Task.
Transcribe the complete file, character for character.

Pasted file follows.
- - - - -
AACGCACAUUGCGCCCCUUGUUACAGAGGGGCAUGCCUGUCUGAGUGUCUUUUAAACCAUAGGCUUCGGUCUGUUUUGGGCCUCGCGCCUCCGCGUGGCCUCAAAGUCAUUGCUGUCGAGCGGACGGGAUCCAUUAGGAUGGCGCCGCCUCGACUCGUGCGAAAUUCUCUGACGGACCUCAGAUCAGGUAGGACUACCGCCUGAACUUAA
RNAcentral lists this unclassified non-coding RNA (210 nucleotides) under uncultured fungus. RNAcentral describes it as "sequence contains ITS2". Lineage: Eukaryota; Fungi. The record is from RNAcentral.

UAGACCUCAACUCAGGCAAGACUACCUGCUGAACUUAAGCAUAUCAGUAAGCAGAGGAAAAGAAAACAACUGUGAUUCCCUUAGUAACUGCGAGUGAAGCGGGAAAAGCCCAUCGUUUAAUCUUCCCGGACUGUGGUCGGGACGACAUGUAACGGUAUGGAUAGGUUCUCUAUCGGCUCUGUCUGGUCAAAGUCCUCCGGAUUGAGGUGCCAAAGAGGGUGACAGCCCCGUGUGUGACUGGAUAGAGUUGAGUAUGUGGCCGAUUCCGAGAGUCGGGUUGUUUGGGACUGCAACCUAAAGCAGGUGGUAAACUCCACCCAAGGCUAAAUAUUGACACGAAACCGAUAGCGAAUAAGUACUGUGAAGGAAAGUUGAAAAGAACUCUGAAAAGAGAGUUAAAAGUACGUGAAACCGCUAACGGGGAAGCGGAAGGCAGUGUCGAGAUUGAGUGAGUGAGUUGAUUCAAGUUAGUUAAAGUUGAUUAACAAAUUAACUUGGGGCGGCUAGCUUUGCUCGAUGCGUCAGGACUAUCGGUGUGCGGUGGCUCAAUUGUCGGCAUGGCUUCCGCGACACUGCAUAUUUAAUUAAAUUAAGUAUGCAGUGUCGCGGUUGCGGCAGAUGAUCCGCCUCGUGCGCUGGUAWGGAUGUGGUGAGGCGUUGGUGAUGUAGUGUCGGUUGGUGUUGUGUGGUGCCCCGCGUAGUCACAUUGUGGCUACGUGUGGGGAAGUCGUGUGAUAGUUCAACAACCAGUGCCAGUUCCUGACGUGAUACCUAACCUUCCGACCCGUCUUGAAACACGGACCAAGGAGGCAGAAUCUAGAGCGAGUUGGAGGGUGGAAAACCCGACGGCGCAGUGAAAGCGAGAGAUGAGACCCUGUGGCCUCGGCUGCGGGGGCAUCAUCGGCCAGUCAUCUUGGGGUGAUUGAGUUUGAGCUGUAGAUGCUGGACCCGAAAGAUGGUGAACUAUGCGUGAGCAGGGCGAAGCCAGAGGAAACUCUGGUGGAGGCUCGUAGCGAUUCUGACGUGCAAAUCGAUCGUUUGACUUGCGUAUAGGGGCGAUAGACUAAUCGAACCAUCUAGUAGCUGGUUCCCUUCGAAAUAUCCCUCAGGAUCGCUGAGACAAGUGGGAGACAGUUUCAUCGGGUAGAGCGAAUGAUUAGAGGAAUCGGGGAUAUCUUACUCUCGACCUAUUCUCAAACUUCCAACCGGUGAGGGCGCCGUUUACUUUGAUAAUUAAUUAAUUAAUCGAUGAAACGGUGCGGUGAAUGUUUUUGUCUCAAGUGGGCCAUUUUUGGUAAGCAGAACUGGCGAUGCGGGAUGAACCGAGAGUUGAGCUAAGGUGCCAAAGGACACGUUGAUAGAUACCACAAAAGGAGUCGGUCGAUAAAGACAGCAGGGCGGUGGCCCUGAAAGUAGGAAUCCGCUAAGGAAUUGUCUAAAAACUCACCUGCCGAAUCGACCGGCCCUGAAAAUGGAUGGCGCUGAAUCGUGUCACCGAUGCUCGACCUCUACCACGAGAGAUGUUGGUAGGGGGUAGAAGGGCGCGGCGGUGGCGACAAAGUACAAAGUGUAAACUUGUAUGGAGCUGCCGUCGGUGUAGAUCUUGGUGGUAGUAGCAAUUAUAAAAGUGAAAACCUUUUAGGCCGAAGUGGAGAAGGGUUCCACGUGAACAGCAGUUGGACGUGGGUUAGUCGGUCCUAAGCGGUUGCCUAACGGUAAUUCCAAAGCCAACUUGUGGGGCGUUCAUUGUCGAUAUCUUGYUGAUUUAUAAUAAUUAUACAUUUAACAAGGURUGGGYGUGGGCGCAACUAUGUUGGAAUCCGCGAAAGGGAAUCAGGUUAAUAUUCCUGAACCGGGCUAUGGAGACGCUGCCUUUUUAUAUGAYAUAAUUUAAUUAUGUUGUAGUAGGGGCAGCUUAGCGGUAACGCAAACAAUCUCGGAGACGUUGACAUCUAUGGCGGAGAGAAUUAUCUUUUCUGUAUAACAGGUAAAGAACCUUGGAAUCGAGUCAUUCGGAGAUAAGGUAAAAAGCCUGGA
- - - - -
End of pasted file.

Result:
AACGCACAUUGCGCCCCUUGUUACAGAGGGGCAUGCCUGUCUGAGUGUCUUUUAAACCAUAGGCUUCGGUCUGUUUUGGGCCUCGCGCCUCCGCGUGGCCUCAAAGUCAUUGCUGUCGAGCGGACGGGAUCCAUUAGGAUGGCGCCGCCUCGACUCGUGCGAAAUUCUCUGACGGACCUCAGAUCAGGUAGGACUACCGCCUGAACUUAA
RNAcentral lists this unclassified non-coding RNA (210 nucleotides) under uncultured fungus. RNAcentral describes it as "sequence contains ITS2". Lineage: Eukaryota; Fungi. The record is from RNAcentral.

UAGACCUCAACUCAGGCAAGACUACCUGCUGAACUUAAGCAUAUCAGUAAGCAGAGGAAAAGAAAACAACUGUGAUUCCCUUAGUAACUGCGAGUGAAGCGGGAAAAGCCCAUCGUUUAAUCUUCCCGGACUGUGGUCGGGACGACAUGUAACGGUAUGGAUAGGUUCUCUAUCGGCUCUGUCUGGUCAAAGUCCUCCGGAUUGAGGUGCCAAAGAGGGUGACAGCCCCGUGUGUGACUGGAUAGAGUUGAGUAUGUGGCCGAUUCCGAGAGUCGGGUUGUUUGGGACUGCAACCUAAAGCAGGUGGUAAACUCCACCCAAGGCUAAAUAUUGACACGAAACCGAUAGCGAAUAAGUACUGUGAAGGAAAGUUGAAAAGAACUCUGAAAAGAGAGUUAAAAGUACGUGAAACCGCUAACGGGGAAGCGGAAGGCAGUGUCGAGAUUGAGUGAGUGAGUUGAUUCAAGUUAGUUAAAGUUGAUUAACAAAUUAACUUGGGGCGGCUAGCUUUGCUCGAUGCGUCAGGACUAUCGGUGUGCGGUGGCUCAAUUGUCGGCAUGGCUUCCGCGACACUGCAUAUUUAAUUAAAUUAAGUAUGCAGUGUCGCGGUUGCGGCAGAUGAUCCGCCUCGUGCGCUGGUAWGGAUGUGGUGAGGCGUUGGUGAUGUAGUGUCGGUUGGUGUUGUGUGGUGCCCCGCGUAGUCACAUUGUGGCUACGUGUGGGGAAGUCGUGUGAUAGUUCAACAACCAGUGCCAGUUCCUGACGUGAUACCUAACCUUCCGACCCGUCUUGAAACACGGACCAAGGAGGCAGAAUCUAGAGCGAGUUGGAGGGUGGAAAACCCGACGGCGCAGUGAAAGCGAGAGAUGAGACCCUGUGGCCUCGGCUGCGGGGGCAUCAUCGGCCAGUCAUCUUGGGGUGAUUGAGUUUGAGCUGUAGAUGCUGGACCCGAAAGAUGGUGAACUAUGCGUGAGCAGGGCGAAGCCAGAGGAAACUCUGGUGGAGGCUCGUAGCGAUUCUGACGUGCAAAUCGAUCGUUUGACUUGCGUAUAGGGGCGAUAGACUAAUCGAACCAUCUAGUAGCUGGUUCCCUUCGAAAUAUCCCUCAGGAUCGCUGAGACAAGUGGGAGACAGUUUCAUCGGGUAGAGCGAAUGAUUAGAGGAAUCGGGGAUAUCUUACUCUCGACCUAUUCUCAAACUUCCAACCGGUGAGGGCGCCGUUUACUUUGAUAAUUAAUUAAUUAAUCGAUGAAACGGUGCGGUGAAUGUUUUUGUCUCAAGUGGGCCAUUUUUGGUAAGCAGAACUGGCGAUGCGGGAUGAACCGAGAGUUGAGCUAAGGUGCCAAAGGACACGUUGAUAGAUACCACAAAAGGAGUCGGUCGAUAAAGACAGCAGGGCGGUGGCCCUGAAAGUAGGAAUCCGCUAAGGAAUUGUCUAAAAACUCACCUGCCGAAUCGACCGGCCCUGAAAAUGGAUGGCGCUGAAUCGUGUCACCGAUGCUCGACCUCUACCACGAGAGAUGUUGGUAGGGGGUAGAAGGGCGCGGCGGUGGCGACAAAGUACAAAGUGUAAACUUGUAUGGAGCUGCCGUCGGUGUAGAUCUUGGUGGUAGUAGCAAUUAUAAAAGUGAAAACCUUUUAGGCCGAAGUGGAGAAGGGUUCCACGUGAACAGCAGUUGGACGUGGGUUAGUCGGUCCUAAGCGGUUGCCUAACGGUAAUUCCAAAGCCAACUUGUGGGGCGUUCAUUGUCGAUAUCUUGYUGAUUUAUAAUAAUUAUACAUUUAACAAGGURUGGGYGUGGGCGCAACUAUGUUGGAAUCCGCGAAAGGGAAUCAGGUUAAUAUUCCUGAACCGGGCUAUGGAGACGCUGCCUUUUUAUAUGAYAUAAUUUAAUUAUGUUGUAGUAGGGGCAGCUUAGCGGUAACGCAAACAAUCUCGGAGACGUUGACAUCUAUGGCGGAGAGAAUUAUCUUUUCUGUAUAACAGGUAAAGAACCUUGGAAUCGAGUCAUUCGGAGAUAAGGUAAAAAGCCUGGA